By way of satisfying the department’s first quarterly report of this data, below is information regarding aliens currently incarcerated under the supervision of BOP. This data is current as of March 25, 2017:

There are 45,493 foreign-born inmates currently in BOP custody, of which 3,939 are U.S. citizens (either naturalized or derivative). Of the remaining 41,554 foreign-born inmates (aliens):

  • Approximately 22,541 (54.2 percent) are aliens for which final immigration orders have been issued for their removal;

  • Approximately 13,886 (33.4 percent) are aliens who are under ICE investigation for possible removal;

  • Approximately 5,101 (12.3 percent) are aliens still pending adjudication (in other words, ICE has charged these aliens as removal cases, but a final disposition has not yet been reached); and

  • Approximately 26 (0.1 percent) are aliens who have been granted relief on the basis of asylum claims.... 

At the department’s direction, US [Marshals Service] has begun providing ICE with complete data on all foreign-born detainees on a daily basis.  The first of these data transfers to ICE took place on April 5, 2017, with a transfer of data associated with approximately 19,000 foreign-born detainees.  ICE anticipates that its analysis of this data will soon be complete, and the department will then provide an updated status report.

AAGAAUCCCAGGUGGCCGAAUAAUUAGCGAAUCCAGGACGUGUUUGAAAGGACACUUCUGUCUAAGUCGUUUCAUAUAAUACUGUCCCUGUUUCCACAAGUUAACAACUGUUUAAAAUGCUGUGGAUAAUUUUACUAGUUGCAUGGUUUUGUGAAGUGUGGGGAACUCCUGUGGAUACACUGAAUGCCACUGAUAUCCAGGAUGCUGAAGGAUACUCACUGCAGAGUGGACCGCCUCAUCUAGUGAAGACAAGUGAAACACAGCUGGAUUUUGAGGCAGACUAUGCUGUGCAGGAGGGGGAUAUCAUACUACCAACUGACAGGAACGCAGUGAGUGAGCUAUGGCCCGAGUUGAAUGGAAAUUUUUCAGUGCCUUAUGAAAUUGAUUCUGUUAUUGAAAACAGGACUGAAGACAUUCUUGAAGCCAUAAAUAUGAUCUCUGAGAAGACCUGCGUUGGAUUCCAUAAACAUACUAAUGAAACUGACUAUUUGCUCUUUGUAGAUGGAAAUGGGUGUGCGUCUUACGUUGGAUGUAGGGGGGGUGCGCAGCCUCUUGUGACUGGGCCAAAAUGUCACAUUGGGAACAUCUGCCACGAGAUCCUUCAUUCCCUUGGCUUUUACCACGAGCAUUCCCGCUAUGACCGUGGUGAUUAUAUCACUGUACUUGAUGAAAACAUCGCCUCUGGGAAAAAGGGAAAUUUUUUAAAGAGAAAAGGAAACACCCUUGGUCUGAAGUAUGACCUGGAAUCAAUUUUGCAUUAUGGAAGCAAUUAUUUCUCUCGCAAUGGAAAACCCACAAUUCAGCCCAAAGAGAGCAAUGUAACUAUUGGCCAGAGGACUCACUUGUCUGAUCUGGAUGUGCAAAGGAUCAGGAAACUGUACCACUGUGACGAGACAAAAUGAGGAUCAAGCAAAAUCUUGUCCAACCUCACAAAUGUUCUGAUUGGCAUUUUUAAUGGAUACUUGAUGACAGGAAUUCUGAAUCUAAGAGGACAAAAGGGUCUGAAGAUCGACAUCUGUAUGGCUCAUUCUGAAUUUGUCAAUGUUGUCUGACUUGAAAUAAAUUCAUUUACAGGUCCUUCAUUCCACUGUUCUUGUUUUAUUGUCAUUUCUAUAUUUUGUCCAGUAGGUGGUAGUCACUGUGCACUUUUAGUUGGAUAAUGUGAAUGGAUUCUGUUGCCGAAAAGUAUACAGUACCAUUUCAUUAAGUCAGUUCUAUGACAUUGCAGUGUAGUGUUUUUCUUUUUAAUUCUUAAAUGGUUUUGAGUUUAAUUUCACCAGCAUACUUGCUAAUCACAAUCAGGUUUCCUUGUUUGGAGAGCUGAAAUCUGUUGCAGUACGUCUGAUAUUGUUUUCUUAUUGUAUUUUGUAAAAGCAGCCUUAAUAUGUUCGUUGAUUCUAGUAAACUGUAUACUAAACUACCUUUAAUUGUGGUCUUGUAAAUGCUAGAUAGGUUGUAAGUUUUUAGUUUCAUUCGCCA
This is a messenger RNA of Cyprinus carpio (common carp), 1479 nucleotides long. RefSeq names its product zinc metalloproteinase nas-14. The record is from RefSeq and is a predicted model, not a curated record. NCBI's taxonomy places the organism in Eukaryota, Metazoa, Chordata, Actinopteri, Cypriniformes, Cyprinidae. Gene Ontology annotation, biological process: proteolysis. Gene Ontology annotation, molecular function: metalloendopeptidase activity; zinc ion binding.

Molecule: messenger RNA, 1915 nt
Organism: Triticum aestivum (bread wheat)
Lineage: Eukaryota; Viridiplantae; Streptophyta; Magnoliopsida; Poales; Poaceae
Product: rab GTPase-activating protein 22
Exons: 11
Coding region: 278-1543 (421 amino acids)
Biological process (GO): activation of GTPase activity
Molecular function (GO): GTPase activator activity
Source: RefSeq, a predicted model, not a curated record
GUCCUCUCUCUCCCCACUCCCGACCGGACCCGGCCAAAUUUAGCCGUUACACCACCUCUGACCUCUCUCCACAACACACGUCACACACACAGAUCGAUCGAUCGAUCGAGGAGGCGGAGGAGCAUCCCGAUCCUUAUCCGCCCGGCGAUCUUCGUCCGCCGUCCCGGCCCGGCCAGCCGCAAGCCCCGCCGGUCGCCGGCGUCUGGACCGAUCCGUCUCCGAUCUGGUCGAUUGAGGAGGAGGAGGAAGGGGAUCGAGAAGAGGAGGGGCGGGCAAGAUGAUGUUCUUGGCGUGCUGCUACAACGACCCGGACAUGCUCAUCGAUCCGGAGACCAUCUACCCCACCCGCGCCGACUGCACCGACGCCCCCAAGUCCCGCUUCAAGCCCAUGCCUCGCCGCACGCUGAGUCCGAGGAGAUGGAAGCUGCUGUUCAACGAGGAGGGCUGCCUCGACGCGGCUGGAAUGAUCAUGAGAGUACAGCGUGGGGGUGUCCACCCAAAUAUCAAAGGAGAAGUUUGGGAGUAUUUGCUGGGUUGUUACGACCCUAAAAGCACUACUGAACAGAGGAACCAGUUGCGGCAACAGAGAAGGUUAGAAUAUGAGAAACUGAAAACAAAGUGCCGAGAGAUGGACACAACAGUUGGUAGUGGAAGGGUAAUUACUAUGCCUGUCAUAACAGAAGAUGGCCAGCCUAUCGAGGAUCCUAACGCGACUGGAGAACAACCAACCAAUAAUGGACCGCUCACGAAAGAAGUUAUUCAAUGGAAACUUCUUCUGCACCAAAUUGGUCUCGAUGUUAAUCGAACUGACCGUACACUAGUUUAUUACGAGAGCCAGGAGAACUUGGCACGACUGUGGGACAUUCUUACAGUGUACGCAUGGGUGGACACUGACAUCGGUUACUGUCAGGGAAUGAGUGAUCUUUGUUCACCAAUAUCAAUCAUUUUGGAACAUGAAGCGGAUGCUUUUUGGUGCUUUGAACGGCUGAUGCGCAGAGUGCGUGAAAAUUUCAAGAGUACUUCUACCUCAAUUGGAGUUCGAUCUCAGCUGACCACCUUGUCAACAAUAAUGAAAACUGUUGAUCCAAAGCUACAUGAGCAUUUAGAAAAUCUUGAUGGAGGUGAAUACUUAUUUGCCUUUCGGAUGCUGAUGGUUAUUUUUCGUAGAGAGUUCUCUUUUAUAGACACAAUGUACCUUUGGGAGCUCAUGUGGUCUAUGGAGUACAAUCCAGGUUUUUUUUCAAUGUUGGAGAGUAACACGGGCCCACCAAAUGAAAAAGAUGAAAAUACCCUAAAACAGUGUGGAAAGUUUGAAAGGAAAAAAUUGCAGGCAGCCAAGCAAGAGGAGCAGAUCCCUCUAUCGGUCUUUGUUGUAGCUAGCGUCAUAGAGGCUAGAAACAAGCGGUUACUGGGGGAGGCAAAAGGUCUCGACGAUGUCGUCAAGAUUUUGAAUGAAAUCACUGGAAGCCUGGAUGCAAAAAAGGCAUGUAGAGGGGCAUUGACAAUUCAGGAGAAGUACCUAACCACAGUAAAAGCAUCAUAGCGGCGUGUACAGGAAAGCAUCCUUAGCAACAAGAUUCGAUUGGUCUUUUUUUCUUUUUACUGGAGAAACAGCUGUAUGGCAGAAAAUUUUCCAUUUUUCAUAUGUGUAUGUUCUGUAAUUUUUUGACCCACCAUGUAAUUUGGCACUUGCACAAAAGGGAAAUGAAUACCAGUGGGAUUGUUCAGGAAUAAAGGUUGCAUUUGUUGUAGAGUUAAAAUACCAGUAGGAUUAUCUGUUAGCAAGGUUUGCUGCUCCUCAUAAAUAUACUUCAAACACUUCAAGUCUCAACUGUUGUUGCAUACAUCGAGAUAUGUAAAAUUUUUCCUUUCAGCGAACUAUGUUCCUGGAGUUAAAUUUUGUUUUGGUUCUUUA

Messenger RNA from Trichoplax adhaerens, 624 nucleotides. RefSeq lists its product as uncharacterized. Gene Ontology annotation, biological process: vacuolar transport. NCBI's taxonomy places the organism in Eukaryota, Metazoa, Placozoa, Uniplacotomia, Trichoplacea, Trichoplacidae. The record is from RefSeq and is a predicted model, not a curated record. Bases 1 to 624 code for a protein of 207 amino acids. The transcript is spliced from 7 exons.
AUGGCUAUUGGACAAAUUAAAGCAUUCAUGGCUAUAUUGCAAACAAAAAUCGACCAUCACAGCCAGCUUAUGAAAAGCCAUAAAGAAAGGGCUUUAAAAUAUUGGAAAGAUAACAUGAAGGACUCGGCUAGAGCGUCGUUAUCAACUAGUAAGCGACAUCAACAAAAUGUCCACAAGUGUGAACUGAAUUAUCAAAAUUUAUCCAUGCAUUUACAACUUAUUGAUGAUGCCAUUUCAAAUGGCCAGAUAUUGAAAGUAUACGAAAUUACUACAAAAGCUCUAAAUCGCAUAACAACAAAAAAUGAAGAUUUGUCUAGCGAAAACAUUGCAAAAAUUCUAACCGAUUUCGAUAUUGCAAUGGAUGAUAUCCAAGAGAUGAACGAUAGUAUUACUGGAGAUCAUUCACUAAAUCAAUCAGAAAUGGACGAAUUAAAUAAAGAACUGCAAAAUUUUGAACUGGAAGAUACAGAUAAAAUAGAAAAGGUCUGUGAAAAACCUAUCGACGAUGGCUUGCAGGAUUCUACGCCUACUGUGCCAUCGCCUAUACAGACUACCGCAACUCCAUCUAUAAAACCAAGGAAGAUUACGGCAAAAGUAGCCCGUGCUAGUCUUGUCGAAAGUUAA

May 2, 2017 in Data on sentencing, Prisons and prisoners, Who Sentences? | Permalink | Comments (15)

"Leading with Conviction: The Transformative Role of Formerly Incarcerated Leaders in Reducing Mass Incarceration"

The title of this post is the title of this new paper by Susan Sturm and Haran Tae now available via SSRN. Here is the abstract:

This report documents the roles of formerly incarcerated leaders engaged in work related to reducing incarceration and rebuilding communities, drawing on in-depth interviews with 48 of these leaders conducted over a period of 14 months.  These “leaders with conviction” have developed a set of capabilities that enable them to advance transformative change, both in the lives of individuals affected by mass incarceration and in the criminal legal systems that have devastated so many lives and communities.  Their leadership assumes particular importance in the era of the Trump Presidency, when the durability of the ideological coalitions to undo the failed apparatus of mass incarceration will be tested.